She bent and picked up her wand, as it had reverted after she'd dropped it, and started back toward the castle. The orange aura was still roiling around her, but she didn't care. Maybe it would show people that things weren't good. Maybe it would show people that ignoring problems only made them worse.
Dumbledore looked up curiously as he heard the Gargoyle move aside. Apparently, it was so bewildered by what it was seeing that it couldn't even report to him. Focusing intently, Dumbledore's eyebrows raised a little. Whatever, or whoever, it was, was very powerful. He could feel the magic pounding against the stones of the castle. It was…almost familiar…but there was something about it he couldn't quite place. He didn't feel threatened, but he didn't know what it was.
He stood, grasping his wand, and whispered the incantation for the change. Omnipotens flashed into sight, and he moved to stand by the door to his office. He was probably overreacting, but in his old age, he'd found it wiser to err on the side of caution rather than be unprepared. The doorknob turned slowly, and he readied himself to spring. He would level the sword at whosever head it was.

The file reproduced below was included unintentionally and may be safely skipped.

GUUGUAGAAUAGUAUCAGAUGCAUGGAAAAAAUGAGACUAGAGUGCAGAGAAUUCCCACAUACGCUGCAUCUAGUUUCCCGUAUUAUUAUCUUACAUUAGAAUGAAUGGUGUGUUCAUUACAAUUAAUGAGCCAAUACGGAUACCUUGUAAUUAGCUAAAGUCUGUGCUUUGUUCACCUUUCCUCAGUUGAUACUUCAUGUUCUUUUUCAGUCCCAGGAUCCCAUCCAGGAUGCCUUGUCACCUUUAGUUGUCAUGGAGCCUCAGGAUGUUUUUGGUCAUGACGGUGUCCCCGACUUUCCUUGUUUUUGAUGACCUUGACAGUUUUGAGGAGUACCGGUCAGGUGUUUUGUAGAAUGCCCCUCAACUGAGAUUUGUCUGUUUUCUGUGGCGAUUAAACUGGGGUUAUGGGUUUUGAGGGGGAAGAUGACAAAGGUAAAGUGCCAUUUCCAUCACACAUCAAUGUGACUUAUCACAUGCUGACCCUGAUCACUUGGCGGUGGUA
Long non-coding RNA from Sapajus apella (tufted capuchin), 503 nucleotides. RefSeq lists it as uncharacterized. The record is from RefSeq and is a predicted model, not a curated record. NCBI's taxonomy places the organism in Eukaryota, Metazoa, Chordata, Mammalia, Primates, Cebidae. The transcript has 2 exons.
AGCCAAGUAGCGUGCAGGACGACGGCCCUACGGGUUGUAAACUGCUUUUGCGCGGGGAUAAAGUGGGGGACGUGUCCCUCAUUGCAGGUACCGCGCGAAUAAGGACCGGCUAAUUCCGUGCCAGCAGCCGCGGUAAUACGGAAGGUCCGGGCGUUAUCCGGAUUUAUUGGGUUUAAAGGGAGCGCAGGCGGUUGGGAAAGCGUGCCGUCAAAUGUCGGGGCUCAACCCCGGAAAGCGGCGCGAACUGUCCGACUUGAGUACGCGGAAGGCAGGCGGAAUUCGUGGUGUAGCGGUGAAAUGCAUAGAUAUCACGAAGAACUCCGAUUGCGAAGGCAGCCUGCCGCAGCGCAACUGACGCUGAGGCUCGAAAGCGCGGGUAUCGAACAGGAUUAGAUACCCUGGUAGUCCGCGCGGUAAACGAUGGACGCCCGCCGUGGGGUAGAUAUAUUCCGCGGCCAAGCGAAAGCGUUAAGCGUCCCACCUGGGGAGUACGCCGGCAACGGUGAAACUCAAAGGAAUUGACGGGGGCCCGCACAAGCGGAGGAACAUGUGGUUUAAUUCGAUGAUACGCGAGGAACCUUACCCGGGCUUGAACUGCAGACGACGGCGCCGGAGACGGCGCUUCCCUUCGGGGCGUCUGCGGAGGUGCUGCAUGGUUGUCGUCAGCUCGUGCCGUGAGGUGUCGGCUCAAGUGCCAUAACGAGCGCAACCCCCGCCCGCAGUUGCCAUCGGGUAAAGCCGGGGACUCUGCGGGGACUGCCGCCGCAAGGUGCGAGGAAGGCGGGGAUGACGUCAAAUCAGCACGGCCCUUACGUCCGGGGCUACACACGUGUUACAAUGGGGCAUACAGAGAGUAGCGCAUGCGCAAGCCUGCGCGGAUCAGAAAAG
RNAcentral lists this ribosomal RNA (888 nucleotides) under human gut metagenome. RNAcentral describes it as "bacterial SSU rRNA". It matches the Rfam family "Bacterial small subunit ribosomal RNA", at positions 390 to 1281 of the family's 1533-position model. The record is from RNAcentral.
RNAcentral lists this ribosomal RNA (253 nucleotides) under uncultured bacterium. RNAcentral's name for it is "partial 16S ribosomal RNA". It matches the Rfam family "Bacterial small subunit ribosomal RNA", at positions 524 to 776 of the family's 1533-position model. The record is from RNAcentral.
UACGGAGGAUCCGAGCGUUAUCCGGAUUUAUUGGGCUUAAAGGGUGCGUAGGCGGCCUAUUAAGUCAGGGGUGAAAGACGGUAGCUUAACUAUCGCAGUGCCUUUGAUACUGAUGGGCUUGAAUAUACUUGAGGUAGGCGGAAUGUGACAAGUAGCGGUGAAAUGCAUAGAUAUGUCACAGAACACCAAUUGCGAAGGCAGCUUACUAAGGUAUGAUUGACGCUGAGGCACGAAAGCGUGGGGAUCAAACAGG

The door pushed inward and he sprung, but the only thing he saw before he was knocked to the ground was a blur of orange. His sword had been parried and the person—quite small, in fact—had whirled and hit him with the flat of their blade, knocking him to his back. When his vision cleared, he saw that he was looking up into the horrified face of Helen Potter.
A smile spread across his lips and a laugh escaped, slowly at first, but building more and more as the hilarity of the situation presented itself. A seven-year-old had just soundly trounced him, and he had been waiting, ready.
"Umm…Professor…" was all Helen could vocalize.
He shook his head mildly and pulled himself to his feet, still beaming at the small girl. It was then that he noticed it…and his eyes widened. She was surrounded by an orange aura. She had ascended.
"Well, well, well…" Dumbledore said. He noticed the slight fear with which Helen was looking at him. He put a hand to her back and guided her over to a plush armchair in front of his desk, and then moved to sit in his own chair.
She wouldn't meet his eyes and was picking at the collar of her shirt when he looked to her again. "Helen, you did nothing wrong."